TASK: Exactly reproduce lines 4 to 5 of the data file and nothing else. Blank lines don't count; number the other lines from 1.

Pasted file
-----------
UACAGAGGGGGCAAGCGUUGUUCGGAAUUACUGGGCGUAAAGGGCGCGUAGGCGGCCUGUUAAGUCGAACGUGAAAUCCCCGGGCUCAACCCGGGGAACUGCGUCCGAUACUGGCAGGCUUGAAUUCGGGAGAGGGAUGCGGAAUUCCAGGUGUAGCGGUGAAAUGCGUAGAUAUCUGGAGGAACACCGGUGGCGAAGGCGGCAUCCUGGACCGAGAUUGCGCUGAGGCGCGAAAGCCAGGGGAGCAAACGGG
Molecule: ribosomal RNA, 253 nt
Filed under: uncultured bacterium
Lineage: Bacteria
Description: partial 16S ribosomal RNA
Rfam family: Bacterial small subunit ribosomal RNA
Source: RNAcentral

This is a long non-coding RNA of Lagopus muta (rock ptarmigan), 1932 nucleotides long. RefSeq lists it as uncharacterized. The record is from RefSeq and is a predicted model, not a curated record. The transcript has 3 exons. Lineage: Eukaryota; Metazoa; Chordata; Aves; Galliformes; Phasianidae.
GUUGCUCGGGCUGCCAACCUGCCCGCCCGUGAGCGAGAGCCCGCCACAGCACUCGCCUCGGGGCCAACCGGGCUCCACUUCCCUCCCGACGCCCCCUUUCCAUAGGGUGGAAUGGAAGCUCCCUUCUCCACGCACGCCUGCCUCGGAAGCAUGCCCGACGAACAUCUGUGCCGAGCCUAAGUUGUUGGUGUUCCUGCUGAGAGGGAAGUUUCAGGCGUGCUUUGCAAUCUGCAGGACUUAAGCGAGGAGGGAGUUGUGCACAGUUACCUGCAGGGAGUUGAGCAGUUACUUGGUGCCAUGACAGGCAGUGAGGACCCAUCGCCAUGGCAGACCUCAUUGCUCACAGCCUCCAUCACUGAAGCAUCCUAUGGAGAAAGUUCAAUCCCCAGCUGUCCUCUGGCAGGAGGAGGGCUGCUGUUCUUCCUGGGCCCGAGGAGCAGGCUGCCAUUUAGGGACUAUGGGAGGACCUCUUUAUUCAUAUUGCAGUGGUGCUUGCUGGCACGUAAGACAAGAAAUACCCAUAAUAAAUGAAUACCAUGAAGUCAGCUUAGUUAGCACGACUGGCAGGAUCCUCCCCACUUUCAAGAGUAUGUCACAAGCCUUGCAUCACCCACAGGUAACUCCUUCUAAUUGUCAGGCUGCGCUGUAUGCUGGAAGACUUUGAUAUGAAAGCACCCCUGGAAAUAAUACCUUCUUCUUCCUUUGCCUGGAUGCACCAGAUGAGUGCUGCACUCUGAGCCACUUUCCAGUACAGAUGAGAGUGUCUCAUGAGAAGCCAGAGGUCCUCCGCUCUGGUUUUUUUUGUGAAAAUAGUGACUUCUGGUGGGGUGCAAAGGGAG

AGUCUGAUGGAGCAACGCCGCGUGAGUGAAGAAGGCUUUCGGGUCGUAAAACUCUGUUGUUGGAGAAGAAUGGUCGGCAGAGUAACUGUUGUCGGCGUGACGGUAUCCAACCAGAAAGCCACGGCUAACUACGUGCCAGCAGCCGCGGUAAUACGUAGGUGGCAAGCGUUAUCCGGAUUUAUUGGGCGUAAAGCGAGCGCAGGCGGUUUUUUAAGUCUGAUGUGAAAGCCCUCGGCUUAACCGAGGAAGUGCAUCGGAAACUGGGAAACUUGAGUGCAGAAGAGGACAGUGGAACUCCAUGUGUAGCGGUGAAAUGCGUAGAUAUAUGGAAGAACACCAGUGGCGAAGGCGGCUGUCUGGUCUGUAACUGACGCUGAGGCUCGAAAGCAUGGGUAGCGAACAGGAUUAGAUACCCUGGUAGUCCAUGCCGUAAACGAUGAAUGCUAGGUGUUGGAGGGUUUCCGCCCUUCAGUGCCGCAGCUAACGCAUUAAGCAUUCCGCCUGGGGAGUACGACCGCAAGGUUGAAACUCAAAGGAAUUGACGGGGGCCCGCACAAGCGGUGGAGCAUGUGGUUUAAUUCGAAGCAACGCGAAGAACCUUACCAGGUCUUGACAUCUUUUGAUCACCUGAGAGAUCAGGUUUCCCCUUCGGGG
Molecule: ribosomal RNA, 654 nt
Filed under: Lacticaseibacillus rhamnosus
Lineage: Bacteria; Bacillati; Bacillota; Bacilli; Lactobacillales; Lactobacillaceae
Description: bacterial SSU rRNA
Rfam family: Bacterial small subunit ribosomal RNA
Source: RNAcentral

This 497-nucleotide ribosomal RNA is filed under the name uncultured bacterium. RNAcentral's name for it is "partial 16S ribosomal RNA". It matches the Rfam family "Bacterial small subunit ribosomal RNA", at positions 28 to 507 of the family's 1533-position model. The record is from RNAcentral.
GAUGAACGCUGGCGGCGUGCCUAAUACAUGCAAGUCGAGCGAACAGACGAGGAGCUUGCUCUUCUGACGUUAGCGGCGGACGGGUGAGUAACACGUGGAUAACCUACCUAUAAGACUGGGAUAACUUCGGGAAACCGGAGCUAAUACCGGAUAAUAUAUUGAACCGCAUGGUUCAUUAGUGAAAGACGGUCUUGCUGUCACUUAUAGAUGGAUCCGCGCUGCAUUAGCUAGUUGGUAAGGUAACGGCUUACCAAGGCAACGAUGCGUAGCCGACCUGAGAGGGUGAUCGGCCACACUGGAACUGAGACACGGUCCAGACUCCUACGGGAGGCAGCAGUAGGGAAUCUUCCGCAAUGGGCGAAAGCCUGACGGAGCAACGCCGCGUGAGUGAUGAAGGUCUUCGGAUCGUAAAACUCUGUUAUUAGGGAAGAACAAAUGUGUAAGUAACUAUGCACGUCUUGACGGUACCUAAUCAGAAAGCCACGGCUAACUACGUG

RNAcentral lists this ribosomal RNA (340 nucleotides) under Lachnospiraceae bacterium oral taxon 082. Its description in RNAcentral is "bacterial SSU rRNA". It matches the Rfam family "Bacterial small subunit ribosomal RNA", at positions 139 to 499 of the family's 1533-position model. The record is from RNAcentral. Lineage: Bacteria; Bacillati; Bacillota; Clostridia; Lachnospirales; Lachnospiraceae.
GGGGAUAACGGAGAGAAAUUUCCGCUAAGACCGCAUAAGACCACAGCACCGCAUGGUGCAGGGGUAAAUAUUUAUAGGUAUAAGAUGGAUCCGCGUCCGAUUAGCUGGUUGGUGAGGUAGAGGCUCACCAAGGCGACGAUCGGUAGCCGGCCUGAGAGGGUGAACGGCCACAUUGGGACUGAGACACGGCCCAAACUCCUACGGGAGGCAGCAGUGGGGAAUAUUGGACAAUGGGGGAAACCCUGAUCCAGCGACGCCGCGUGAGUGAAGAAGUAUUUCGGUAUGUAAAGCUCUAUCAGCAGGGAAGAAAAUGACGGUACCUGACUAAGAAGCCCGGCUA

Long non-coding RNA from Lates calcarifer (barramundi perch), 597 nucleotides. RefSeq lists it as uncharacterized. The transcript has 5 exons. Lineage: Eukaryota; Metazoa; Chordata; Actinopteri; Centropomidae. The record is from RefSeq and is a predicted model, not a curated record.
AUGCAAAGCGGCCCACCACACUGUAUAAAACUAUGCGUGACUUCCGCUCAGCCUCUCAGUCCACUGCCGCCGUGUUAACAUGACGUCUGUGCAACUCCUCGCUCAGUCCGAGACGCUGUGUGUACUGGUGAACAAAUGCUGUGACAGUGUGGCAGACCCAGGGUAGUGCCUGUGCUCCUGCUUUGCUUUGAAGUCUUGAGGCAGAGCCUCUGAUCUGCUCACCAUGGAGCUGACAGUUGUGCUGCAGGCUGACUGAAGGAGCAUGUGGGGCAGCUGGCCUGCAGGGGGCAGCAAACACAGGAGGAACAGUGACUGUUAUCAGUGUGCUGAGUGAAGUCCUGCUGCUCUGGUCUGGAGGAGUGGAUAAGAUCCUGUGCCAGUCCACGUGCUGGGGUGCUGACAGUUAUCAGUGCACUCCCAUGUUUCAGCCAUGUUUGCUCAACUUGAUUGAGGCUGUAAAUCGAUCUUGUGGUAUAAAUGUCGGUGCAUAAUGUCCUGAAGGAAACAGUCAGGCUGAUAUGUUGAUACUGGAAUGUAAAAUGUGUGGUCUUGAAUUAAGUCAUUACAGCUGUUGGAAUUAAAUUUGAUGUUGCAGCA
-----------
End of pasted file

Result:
Lineage: Bacteria
Description: partial 16S ribosomal RNA